Not About Writing

Sunflower Wars, a brief memoir

A long time ago in a galaxy far, far away, a 6 yr old boy came home from school with a small potful of dirt and this:


So his mother (that would be me) placed the pot upon a windowsill and watered the contents each day. A shoot appeared, and when the tiny plant grew large enough to need support, the mother stuck a drinking straw into the earth and tied the stem with string. Whenever she was writing outdoors, she took the pot with her, basking her fragile charge in sunlight.

Time passed and the mother taped another straw to the first. The sunflower continued to grow but it did not flower. Eventually, the drinking straws were discarded in favor of a bamboo stick. The mother did not name the sunflower but she nurtured it, and when she wrote, it was her only companion.

The day came when it was time to take the sunflower back to school to be judged. The boy was excited but his mother was anxious. What if all the other sunflowers had bloomed? What if they were much taller? What if the boy or indeed the sunflower felt diminished by the forthcoming judgement?

On the way to school, they met another mother. “Oh my goodness, that’s amazing,” she said. “Ours never grew. We watered it for weeks and nothing happened, so we emptied the pot out and we couldn’t even find a seed.”

The mother sympathized but inwardly she rejoiced.

The entire way to school, they didn’t see anyone else carrying a plant. It was the same story in the playground. A woman there saw the sunflower and her eyes widened. “Did you do that?”

The mother preened. “Yes, I did. It’s my only gardening success.”

“Ours never grew. We watered it for weeks and nothing. In the end, we tipped the pot out and we couldn’t even find a seed.”

“Someone else said the same thing. I’m worried that all the others will have flowered.”

The woman looked at the boy. “You’ve won.”

The boy smiled, but to be honest, he wasn’t particularly interested.

The classroom door opened. The mother handed the plant (her precious!) to the teacher and managed to resist the impulse to instruct her on its care. As the boy disappeared into class, a dad appeared from nowhere with a carrier bag containing two sunflowers of a size comparable to the mother’s (for she no longer thought of the plant as belonging solely to the boy). Somehow she restrained herself from rugby tackling the dad by reminding herself that this wasn’t Thunderdome.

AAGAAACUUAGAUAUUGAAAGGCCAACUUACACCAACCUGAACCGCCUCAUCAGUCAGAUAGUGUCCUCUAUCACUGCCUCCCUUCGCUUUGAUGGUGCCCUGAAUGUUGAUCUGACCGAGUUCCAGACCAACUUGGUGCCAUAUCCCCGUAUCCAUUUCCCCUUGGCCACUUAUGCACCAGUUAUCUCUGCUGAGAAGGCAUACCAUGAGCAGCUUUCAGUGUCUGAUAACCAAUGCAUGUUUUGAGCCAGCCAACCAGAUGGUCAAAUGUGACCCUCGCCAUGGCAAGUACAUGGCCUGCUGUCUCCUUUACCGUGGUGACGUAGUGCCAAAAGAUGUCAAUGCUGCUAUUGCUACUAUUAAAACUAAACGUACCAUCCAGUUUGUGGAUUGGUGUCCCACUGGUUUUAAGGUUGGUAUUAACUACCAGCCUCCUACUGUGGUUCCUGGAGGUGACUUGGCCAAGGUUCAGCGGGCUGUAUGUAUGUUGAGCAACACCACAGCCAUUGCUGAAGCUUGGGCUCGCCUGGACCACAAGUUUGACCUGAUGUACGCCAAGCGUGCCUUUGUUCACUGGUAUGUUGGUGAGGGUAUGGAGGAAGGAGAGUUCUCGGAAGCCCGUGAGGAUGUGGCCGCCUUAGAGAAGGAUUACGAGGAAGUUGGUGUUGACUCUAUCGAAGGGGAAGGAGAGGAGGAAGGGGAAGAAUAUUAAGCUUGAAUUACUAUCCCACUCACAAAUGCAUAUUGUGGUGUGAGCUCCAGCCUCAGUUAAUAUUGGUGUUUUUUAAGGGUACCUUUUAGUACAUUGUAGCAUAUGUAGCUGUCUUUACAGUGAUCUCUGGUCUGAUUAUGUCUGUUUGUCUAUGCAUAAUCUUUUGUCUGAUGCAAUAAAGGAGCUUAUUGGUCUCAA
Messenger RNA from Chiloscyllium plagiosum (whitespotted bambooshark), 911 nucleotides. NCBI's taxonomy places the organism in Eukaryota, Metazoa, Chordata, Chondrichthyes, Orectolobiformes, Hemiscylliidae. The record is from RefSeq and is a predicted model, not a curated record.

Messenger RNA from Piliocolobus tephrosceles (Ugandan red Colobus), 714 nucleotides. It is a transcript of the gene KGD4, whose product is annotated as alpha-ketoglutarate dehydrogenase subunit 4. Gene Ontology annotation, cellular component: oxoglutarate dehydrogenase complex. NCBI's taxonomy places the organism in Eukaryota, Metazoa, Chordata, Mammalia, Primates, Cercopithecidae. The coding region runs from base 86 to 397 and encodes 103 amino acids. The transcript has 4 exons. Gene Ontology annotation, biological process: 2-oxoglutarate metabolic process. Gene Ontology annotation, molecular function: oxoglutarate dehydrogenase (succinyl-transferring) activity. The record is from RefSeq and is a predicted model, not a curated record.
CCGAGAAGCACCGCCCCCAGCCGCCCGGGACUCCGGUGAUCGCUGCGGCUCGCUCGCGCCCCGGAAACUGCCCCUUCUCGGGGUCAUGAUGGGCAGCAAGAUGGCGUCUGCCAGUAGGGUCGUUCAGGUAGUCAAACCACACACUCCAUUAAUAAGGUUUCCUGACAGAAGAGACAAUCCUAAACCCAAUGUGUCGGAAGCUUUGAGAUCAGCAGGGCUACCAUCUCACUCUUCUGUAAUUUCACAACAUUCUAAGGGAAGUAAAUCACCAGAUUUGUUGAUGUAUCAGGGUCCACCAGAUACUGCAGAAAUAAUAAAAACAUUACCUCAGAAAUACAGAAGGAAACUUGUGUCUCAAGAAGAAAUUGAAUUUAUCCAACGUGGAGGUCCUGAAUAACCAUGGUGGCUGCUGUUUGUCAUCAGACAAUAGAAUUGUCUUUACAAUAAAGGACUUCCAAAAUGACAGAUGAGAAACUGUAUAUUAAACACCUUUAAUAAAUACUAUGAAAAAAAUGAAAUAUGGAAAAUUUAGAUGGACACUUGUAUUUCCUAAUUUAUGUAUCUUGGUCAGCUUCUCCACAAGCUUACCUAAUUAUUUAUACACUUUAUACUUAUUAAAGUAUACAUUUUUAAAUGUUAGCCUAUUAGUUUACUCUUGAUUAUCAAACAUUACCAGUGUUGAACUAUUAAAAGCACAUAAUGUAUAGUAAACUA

Then she beheld a monstrosity: A woman carrying a large flowerpot. Needless to say, it was not the one issued with the seed. Inside, was a short and incredibly stocky plant with a massive yellow flower blooming at its apex. Her kid was clearly facing some skepticism from his peers because even as the mother clocked this travesty, he cried out, “I didn’t buy it!”

Bullshit! the mother thought. That’s bullshit, kid. I don’t care how old you are, you’re lying your arse off.

The stem on that thing was several inches thick. It wasn’t even the same variety of sunflower. Of course, the mother didn’t say any of this out loud because that would be petty and mean. Also, swearing in the playground is frowned upon.

It’s just a bit of fun for the children, she told herself, because she knew she had to rise above such unspeakable chicanery.

She walked home and told this story to her husband who was working from home that day, and he found her outrage cute instead of exhausting, which was lucky.

When the mother picked the boy up from school that afternoon, the sunflower looked tired and bruised, like it had endured a tough day. She took it home and, after she’d re-potted it, they sat together in the sun while she read the latest Victoria Stone. The boy received a certificate:


You’re goddamn right we did.